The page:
Writer-director David Michôd (Animal Kingdom) recreates a U.S. General’s roller-coaster rise and fall as part reality, part savage parody – raising the specter of just where the line between them lies today. His is an exploration of a born leader’s ultra-confident march right into the dark heart of folly. At the story’s core is Brad Pitt’s sly take on a successful, charismatic four-star general who leapt in like a rock star to command NATO forces in Afghanistan, only to be taken down by a journalist’s no-holds-barred exposé.
A Netflix exclusive, War Machine boasts an ensemble of familiar faces with Brad Pitt leading the pack. Rarely compelling and tonally inconsistent, the film teeters on a satirical approach while often being bogged down by moments of fraudulent drama. Never developing any stakes or real urgency, it lacks any story structure. War Machine consists of wisecracking men sitting around waiting for something to happen, ironically that could be said for the viewers as well, patiently waiting for anything to happen. The two hour runtime can be felt by the one hour mark as little development is made.
General McMahon and his squad bounce from place to place, waiting for events to happen. It becomes tedious when we constantly see these other actors and their talents going to waste as they hide behind Pitt’s character.
Though the film is littered with talented actors, most of them are dumbed down to caricatures that can be seen in every war related film, satirical or drama. They start by introducing McMahon and his crew which is overlong and leads to nothing as these characters are sidelined for the duration of the film. Esteemed actors such as Ben Kingsley and Tilda Swinton come and go without leaving any kind of lasting impression. Topher Grace and Anthony Michael Hall are among the crew members who have one specific character trait and are tasked with lines of unnecessary exposition that doesn’t progress the story. One standout of the supporting cast is LaKeith Stanfield who keeps showing up in movies and delivering nuanced performances, whether it be Short Term 12, Dope, or Get Out.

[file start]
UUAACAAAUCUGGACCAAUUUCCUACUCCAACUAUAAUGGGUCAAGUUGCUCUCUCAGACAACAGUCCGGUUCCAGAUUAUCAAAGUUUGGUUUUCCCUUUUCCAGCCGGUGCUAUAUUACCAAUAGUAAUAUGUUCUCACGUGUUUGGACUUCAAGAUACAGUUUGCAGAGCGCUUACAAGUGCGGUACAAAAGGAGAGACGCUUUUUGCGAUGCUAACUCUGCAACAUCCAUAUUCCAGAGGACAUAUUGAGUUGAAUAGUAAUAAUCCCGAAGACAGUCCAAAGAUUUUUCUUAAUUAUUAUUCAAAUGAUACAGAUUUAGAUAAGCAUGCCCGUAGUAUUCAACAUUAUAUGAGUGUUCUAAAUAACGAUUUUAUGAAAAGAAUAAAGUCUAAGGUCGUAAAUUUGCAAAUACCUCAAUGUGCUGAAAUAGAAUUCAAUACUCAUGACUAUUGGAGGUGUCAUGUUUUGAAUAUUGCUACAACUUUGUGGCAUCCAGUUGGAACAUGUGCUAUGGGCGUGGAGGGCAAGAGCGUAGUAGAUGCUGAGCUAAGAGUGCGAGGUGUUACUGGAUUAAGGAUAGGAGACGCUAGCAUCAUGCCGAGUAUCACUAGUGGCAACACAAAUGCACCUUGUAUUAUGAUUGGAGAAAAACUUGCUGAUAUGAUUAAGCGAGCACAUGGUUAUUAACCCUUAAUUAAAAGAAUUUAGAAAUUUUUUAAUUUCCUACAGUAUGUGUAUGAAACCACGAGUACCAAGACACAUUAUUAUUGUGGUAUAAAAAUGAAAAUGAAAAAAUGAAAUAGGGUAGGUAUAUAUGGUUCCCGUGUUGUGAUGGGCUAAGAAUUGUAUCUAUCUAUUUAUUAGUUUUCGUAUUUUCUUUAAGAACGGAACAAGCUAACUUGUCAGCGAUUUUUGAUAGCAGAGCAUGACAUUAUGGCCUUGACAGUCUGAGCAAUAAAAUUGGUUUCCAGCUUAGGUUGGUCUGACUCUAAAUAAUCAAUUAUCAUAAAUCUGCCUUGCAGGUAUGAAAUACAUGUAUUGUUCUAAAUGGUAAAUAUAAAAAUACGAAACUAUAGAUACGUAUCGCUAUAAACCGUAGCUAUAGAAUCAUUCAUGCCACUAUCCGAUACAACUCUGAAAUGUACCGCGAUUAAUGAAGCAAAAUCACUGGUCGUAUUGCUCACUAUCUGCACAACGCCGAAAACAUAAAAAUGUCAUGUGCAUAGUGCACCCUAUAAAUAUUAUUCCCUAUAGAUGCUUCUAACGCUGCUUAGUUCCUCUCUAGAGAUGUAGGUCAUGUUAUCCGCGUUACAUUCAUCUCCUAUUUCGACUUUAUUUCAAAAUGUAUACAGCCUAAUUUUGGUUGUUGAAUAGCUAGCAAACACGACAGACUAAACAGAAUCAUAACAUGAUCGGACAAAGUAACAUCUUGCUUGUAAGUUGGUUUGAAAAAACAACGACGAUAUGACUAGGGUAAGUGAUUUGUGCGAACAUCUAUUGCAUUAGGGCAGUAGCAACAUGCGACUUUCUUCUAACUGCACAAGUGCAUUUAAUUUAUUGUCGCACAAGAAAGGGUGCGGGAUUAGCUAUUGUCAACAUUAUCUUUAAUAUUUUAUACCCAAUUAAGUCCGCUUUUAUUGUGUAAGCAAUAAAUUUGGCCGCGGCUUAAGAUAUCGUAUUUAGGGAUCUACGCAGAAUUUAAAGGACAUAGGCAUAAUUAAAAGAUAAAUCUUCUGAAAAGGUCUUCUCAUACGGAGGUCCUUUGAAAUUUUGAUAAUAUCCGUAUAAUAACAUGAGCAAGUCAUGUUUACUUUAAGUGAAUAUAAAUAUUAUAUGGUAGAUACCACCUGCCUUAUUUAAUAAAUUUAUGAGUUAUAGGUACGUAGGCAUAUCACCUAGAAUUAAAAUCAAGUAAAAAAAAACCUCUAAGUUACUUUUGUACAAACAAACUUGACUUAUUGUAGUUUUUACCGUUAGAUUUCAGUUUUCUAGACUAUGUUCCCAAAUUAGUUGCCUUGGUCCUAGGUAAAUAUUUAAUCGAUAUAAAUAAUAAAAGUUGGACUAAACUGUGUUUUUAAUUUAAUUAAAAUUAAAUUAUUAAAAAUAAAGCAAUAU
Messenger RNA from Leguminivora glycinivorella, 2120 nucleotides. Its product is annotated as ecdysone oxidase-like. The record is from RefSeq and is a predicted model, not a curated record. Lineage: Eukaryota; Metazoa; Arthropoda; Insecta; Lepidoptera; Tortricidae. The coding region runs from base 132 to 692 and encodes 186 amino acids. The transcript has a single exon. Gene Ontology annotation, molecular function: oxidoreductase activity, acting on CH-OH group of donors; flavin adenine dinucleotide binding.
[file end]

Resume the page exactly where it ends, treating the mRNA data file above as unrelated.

Brad Pitt’s performance as the head honcho is a mixed bag. He’s given enough to work with and has character depth but his portrayal seems almost like a parody of his roles in Inglorious Basterds and Fury. He often seems like he is refusing to exhale in an effort to deliver lines of gravel while standing tall and big chested. His usual onscreen charisma isn’t seen often enough, instead we’re gifted with many shots of McMahon and his awkward duck walk. You could make the argument that Pitt is miscast here and that they would have benefitted from an older, grittier character actor. Of course with Pitt being one of the producers we understand why he got the gig.
War Machine isn’t necessarily a good film but could still be worth a watch thanks to the star status of Pitt. With little story progression, we never understand the intentions and decisions of the characters. Squandering any chance to be a memorable satire with its uninteresting characters, drab cinematography, and shortage of edginess. Less a war film, more a character study of a flawed, stereotypical leader, War Machine is a phony portrayal of the US’s involvement in Afghanistan.